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Catering Cook Duties and Responsibilities
Cooking and Food Preparation The primary role of a catering cook is to prepare food for events according to client needs. The catering cook is responsible for preparing food, either in an on- or off-site kitchen, and cooking a variety of dishes. This is the most important part of a catering cook's job and requires a high level of familiarity with cooking skills and techniques, the ability to season and prepare food according to client specifications, and the ability to work under pressure to ensure that appetizers, entrees, and desserts arrive on time.
Purchasing and Transport Catering cooks are often tasked with purchasing ingredients and supplies and arranging for food transport to off-site events. This requires catering cooks to possess excellent budgeting and organization skills, since they will need to make several buying and logistical decisions. In some cases, catering cooks may also determine whether menu items can be prepared off-site and easily transported to the event itself.
Food Presentation A catering cook is also responsible for food presentation during an event. Depending on the specific event's needs, this can consist of plating individual dishes or buffet trays in an attractive, appetizing manner. Catering cooks also works with servers or other staff members on food presentation, determining how appetizers on passed trays should be presented, offered, and served to guests.
Menu Development Catering cooks play a key role in developing menus for special events, often in consultation with event planners or hosts. They should be comfortable with suggesting menu options, presenting food samples at the client's request, and working with clients to change menu items based on dietary restrictions or individual preferences.
Personnel Management Catering cooks are extremely collaborative, since they work with a team of kitchen staff and servers to deliver a high level of client service. Effective communication within the kitchen helps prevent delays and avoid mistakes that can impact service. Additionally, communicating with servers before and during an event can enhance guest experiences and foster a positive environment for both hosts and guests.
Catering Cook Skills and QualificationsCatering cooks are flexible and energetic, able to balance multiple client demands and long days and evenings of preparation and cooking. Venues and catering companies tend to hire catering cooks with extensive kitchen experience, along with the following skills:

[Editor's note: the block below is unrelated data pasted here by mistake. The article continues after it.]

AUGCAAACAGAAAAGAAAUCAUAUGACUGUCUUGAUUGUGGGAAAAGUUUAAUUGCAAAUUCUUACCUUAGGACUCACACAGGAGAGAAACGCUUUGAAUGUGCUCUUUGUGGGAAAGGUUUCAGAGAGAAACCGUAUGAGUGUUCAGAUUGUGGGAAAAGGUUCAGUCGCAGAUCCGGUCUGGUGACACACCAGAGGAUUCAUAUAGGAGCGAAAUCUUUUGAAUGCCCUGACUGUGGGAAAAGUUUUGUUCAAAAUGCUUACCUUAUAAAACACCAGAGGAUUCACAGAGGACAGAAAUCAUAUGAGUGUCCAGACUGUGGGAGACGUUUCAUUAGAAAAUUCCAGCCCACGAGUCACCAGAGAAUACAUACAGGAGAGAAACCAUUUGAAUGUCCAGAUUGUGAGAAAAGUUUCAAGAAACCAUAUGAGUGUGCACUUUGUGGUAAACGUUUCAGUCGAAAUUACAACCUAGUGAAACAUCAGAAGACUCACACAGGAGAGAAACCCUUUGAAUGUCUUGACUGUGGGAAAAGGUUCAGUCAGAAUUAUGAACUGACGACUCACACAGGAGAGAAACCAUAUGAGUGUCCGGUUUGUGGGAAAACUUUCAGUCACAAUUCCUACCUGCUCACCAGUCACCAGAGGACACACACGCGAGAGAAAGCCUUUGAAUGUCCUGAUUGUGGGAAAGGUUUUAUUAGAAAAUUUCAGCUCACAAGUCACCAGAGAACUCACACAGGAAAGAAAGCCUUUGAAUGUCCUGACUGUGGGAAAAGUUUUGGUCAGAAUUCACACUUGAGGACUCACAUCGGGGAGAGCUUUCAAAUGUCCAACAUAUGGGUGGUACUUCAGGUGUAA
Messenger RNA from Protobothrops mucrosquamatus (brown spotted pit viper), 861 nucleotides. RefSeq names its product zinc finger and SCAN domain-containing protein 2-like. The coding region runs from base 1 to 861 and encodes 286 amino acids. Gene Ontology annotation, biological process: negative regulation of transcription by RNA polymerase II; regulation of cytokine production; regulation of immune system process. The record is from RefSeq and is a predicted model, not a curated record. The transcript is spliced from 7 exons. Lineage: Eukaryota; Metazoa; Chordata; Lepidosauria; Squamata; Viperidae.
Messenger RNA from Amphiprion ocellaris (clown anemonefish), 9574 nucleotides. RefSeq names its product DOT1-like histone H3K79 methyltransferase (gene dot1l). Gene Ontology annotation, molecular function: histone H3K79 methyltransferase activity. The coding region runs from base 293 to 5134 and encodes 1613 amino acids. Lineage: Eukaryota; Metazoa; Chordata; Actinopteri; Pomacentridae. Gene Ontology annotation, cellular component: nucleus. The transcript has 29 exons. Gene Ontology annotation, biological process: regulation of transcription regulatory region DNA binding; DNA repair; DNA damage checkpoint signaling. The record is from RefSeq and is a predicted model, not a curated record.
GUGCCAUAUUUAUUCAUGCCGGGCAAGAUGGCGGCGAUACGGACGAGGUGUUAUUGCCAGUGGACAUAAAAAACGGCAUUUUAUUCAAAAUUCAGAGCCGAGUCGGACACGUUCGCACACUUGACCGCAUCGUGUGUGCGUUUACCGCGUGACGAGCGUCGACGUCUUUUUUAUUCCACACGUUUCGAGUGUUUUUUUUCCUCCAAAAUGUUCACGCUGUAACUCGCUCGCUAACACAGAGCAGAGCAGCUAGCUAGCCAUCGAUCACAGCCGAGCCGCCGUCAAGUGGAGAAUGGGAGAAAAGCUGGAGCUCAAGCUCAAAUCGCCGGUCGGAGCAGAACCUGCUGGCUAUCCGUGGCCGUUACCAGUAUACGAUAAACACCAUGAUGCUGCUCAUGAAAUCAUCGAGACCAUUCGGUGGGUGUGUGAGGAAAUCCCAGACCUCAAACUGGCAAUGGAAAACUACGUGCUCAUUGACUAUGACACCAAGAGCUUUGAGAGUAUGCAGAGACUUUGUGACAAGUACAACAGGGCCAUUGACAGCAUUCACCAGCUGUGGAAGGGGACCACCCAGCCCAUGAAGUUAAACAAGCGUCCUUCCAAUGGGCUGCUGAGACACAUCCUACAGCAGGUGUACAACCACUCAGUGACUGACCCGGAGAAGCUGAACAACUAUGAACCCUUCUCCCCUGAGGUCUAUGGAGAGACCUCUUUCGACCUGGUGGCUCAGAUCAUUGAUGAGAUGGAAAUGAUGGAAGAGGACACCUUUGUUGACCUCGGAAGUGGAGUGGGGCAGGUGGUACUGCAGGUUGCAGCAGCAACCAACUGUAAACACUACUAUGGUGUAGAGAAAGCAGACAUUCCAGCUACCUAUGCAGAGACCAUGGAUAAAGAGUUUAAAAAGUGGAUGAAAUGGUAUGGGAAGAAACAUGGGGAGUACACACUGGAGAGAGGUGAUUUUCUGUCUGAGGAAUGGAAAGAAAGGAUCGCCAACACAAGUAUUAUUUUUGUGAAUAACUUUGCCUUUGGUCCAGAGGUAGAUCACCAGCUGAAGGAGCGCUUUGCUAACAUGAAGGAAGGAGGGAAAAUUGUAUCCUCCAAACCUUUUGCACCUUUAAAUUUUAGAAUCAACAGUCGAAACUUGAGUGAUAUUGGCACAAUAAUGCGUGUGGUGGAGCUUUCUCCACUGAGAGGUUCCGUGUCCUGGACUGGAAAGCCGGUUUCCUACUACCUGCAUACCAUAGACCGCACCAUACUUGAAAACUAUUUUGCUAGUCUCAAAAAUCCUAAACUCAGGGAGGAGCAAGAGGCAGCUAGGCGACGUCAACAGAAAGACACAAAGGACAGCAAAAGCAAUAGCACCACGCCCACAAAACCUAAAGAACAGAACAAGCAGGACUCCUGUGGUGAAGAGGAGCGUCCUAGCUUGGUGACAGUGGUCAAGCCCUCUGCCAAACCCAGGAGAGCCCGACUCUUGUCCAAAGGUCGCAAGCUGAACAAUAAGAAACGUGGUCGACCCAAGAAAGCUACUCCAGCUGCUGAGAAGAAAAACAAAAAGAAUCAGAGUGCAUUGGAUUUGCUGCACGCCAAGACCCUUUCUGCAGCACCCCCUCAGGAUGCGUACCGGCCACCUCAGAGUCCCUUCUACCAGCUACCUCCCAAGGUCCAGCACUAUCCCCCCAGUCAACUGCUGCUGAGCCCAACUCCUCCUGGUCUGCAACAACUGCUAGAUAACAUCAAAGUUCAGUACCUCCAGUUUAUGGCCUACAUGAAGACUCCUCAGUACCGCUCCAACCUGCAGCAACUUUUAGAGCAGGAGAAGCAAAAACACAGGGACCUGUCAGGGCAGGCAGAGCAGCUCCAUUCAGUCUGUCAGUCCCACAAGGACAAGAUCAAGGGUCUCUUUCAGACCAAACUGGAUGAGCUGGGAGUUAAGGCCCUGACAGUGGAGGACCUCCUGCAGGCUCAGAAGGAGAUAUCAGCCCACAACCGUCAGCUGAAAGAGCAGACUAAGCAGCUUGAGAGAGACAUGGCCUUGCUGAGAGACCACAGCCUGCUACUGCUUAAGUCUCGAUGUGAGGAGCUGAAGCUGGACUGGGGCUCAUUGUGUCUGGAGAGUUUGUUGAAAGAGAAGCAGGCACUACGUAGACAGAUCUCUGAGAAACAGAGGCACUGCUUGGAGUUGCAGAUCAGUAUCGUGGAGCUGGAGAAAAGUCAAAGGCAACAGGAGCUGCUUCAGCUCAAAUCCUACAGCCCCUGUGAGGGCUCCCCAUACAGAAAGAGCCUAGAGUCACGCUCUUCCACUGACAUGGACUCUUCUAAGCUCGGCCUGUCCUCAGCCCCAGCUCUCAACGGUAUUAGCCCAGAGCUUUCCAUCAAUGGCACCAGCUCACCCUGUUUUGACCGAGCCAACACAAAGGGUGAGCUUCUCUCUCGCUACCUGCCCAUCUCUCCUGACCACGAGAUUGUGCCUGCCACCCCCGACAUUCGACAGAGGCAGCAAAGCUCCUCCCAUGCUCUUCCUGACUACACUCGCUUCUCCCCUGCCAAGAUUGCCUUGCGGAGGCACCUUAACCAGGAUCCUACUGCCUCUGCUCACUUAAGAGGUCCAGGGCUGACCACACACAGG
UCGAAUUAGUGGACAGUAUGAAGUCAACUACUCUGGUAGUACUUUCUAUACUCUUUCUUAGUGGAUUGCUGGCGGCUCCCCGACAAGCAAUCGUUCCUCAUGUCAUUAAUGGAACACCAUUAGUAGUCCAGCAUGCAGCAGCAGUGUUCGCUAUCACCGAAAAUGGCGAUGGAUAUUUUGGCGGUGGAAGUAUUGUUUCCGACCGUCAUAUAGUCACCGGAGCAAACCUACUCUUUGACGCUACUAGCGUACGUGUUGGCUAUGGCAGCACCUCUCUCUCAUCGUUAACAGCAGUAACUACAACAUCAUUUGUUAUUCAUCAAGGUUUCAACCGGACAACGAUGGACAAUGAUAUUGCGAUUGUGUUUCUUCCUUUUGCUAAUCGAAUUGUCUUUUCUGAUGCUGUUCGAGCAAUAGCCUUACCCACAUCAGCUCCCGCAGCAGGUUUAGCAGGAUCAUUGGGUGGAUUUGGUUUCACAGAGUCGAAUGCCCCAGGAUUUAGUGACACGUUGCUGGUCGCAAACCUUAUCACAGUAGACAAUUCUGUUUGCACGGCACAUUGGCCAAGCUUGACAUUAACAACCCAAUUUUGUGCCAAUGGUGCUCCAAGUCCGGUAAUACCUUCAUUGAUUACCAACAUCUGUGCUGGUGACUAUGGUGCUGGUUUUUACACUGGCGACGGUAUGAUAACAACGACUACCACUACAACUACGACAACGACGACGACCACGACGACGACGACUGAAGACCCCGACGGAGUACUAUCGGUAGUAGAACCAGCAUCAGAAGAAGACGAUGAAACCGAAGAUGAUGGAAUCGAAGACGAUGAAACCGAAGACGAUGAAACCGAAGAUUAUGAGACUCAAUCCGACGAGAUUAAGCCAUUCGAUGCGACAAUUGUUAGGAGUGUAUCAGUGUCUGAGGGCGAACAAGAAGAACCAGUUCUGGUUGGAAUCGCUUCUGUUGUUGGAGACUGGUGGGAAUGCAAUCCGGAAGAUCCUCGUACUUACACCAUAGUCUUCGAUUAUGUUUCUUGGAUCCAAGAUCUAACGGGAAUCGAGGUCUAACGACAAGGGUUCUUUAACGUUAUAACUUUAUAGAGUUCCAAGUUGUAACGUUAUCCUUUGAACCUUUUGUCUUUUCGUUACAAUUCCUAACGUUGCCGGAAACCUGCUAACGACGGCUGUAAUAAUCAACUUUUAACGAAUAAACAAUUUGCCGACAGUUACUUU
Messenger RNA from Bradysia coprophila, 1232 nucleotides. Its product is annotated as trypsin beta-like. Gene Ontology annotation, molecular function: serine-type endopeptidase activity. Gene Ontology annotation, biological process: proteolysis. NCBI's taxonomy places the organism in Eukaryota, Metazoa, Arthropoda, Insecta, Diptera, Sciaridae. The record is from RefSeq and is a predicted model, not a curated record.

- Food preparation - catering cooks need significant food preparation experience, so a background working as a prep cook or sous chef is ideal. Some catering chefs also have a type of food they specialize in
- Food presentation - presenting appetizing and appealing food is a key talent for catering chefs. This helps give guests a positive dining experience and brings in repeated bookings
- Organization and budgeting - many catering cooks are in charge of planning and purchasing for events, so a solid grasp of budgeting and a high level of organization are both vital
- Menu development - catering cooks work directly with event planners and hosts to develop menus, so it's important to have experience with developing, presenting, and customizing menus for each event
- Communication skills - communication is important for catering cooks whether they're dealing with clients, guests, or other event staff members before, during, and after an event
- Team leadership - successful catering cooks are effective team leaders, able to direct kitchen staff and servers to deliver a high level of customer service
Catering Cook Education and TrainingThere is no formal education requirement to become a catering cook, but prior kitchen experience is essential. Catering cooks may begin at another station in the kitchen (such as prep cook) and work their way up to catering cook based on skill and performance. Some catering cooks do choose to attend culinary school, which teaches essential techniques and advanced kitchen skills. A culinary education can help catering cooks advance more quickly in their careers and find a higher-paid position in a kitchen.
Catering Cook Salary and OutlookThe median annual salary for a catering cook depends on several factors, including venue and the amount of experience that cook has. The median annual salary for cooks, according to the Bureau of Labor Statistics, is $22,850 per year, with an hourly wage of $10.99. The lowest 10 percent earned under $8.47 per hour, while the highest-paid 10 percent earned $16.29 hourly. Head cooks are paid significantly more, with a median salary of $43,180 per year. There was a significant gap between the lowest-paid head chefs, making an average of $23,630, and the highest-paid, who earn about $76,280. Employment growth for cooks and head cooks is expected to grow at a rate of 6 to 10 percent by 2026.
If you're interested in learning more about working as a catering cook, we found several resources on the web for further reading and industry tips:
Restaurant Schools: Catering - Read more about the duties and responsibilities of a catering cook.
Catering: A Guide to Managing a Successful Business Operation - Written by Bruce Mattel and published by the Culinary Institute of America, this book explores several facets of running a successful catering business.
"Chef's Resources: Health and Safety in Catering" - This blog post explores issues of health and safety for catering cooks, focusing on hazard and injury prevention and equipment maintenance.
Off-Premise Catering Management - Author Chris Thomas explores the unique challenges and opportunities presented by off-site catering.
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